Another setup for indirect evaporative cooling moistens the tubes in a heat exchanger, then runs outdoor air over the tubes, evaporating the water from the tubes and cooling them.
In indirect mechanical cooling, commonly known as air conditioning, an expansion valve lets the pressure of a refrigerant drop, which causes the temperature to drop as well. The cooled refrigerant runs through the heat exchanger, picking up heat from the room air. Then a condenser increases the pressure, essentially concentrating the heat, which makes it more efficient to eliminate. The heated refrigerant goes through a second heat exchanger so that it can export heat outdoors. Once much of the heat is eliminated, the refrigerant re-enters the expansion valve to continue the cycle.
Indirect cooling offers some benefits:
Indirect cooling can reliably achieve lower temperatures than direct cooling, especially with mechanical cooling.
Water from the air condenses on the coils of the heat exchanger in an indirect cooler. This lets indirect coolers remove moisture from the air to achieve lower humidity.
Because the room air is not mixing with the cooling substances, the room air remains isolated. This helps avoid contamination of server rooms and other sensitive areas.
Indirect cooling has some disadvantages, however. The main disadvantage is that it is less efficient, especially when mechanical cooling is the primary or sole source of cooling.
Kuul evaporative media is an advanced technology approach to evaporative cooling. Kuul evaporative media is an optimal choice for data center cooling because it is:
These benefits make for a safer, more profitable data center cooling solution.
Kuul Evolution FirePro™ evaporative cooling media meets strict UL 900 standards. FirePro evaporative media are made of flame retardant, inorganic materials that are fortified to achieve the superior strength people expect from Kuul evaporative media.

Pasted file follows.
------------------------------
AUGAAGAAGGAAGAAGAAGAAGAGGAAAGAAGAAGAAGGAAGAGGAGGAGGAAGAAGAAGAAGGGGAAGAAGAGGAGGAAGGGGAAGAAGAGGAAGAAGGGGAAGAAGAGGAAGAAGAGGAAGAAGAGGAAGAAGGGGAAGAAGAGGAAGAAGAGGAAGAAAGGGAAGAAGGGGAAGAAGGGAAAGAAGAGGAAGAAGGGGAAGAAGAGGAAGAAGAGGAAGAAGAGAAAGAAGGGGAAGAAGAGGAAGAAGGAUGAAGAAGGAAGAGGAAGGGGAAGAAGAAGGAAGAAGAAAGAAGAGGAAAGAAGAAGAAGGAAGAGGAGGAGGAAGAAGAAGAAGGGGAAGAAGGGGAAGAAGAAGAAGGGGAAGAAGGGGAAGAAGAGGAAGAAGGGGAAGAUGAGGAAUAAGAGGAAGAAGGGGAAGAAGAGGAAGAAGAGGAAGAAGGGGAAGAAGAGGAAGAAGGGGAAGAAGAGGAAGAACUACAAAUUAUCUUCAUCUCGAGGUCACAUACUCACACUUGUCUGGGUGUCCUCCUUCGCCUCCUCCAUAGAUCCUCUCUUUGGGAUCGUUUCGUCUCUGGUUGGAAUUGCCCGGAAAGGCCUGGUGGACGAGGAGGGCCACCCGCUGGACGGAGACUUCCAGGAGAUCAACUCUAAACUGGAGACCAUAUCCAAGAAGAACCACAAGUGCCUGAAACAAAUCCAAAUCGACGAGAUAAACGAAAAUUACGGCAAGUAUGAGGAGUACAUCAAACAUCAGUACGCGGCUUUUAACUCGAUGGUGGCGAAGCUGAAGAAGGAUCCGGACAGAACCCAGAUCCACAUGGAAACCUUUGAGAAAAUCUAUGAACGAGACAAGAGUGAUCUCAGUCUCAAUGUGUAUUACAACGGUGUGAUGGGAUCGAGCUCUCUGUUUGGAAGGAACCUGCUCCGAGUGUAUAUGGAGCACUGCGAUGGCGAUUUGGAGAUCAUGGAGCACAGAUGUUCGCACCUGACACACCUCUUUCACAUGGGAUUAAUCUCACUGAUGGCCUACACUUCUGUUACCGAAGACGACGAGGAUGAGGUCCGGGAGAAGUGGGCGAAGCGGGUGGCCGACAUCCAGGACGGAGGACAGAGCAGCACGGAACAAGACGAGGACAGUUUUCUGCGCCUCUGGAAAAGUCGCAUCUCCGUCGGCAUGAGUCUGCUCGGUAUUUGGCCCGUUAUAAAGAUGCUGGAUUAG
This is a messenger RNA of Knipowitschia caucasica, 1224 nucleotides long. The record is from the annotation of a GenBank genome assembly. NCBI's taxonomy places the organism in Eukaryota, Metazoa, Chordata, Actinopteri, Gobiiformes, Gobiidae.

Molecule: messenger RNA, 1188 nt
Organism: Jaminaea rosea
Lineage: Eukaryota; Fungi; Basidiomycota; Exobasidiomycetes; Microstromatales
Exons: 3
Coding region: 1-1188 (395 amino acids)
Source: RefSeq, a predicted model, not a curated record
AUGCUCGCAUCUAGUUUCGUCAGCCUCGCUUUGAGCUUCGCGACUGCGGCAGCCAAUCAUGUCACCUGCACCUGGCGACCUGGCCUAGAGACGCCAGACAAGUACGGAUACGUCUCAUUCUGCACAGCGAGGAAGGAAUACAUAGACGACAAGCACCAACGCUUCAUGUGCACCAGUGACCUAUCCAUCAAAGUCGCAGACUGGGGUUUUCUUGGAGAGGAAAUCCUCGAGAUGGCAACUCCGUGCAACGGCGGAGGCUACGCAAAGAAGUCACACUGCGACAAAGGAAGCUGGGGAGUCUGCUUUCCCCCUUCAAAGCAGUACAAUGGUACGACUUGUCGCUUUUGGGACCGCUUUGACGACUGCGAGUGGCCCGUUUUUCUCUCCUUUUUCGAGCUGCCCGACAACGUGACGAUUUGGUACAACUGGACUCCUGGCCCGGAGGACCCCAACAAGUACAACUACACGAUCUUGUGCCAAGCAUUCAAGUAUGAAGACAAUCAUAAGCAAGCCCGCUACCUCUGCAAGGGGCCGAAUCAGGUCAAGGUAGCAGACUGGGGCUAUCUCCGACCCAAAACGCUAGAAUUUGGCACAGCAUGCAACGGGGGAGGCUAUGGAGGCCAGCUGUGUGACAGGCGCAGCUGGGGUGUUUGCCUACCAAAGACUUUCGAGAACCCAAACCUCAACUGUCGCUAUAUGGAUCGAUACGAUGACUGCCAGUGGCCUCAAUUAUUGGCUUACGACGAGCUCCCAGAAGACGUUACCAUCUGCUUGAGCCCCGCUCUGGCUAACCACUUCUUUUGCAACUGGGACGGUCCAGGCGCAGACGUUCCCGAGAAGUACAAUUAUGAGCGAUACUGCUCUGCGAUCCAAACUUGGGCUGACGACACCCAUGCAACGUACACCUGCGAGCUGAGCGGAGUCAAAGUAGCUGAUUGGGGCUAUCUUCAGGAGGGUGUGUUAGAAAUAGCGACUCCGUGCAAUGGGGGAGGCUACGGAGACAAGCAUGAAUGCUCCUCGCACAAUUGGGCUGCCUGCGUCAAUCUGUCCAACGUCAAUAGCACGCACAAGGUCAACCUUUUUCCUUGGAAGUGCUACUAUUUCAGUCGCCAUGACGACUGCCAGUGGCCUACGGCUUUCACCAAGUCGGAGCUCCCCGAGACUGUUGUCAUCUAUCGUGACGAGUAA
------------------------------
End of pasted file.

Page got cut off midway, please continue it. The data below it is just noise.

This helps FirePro slow the spread of fires to reduce the risks to your data center compared to other evaporative media that might be made of paper and more likely to catch and spread fires.
The cooling effectiveness of evaporative media is determined by its ability to evaporate moisture into the air. Kuul Evolution FirePro has extremely high saturation efficiency, exceeding more than 98% at low airflow and maintaining 90% efficiency even at the highest airspeeds. This means that Kuul Evolution FirePro keeps cooling effectively even when you are pulling high amounts of air through it.
In an evaporative cooler, the primary energy consumption is from the blower fans that push air over the evaporative media. The more resistance from the media, the harder the blower must work to push air through it, and, therefore, the more energy consumption. Experts measure the resistance of evaporative media by the pressure drop across the media. Kuul Evolution FirePro evaporative media creates an extremely low-pressure drop, less than 0.5 inches of H2O across a 12-inch thick pad, nearly 20% lower than competitive brands.
If you are looking for an effective, efficient, and flame-resistant way to design evaporative coolers for data centers, put Kuul Evolution FirePro at the center of it. You’ll see the advantages of using this high-tech evaporative media in terms of better cooling with lower energy costs while achieving a high level of fire safety.
Kuul Evolution FirePro comes in thicknesses ranging from 4” to 12”. By request, we can make it in custom sizes for your application. Also, consider the potential of Kuul Evolution FirePro DE for drift elimination. This can allow for even more compact air-handling units that use higher air velocities.
Evaporative media is powering the way for future generations. Kuul offers customized solutions to keep the future energized.Request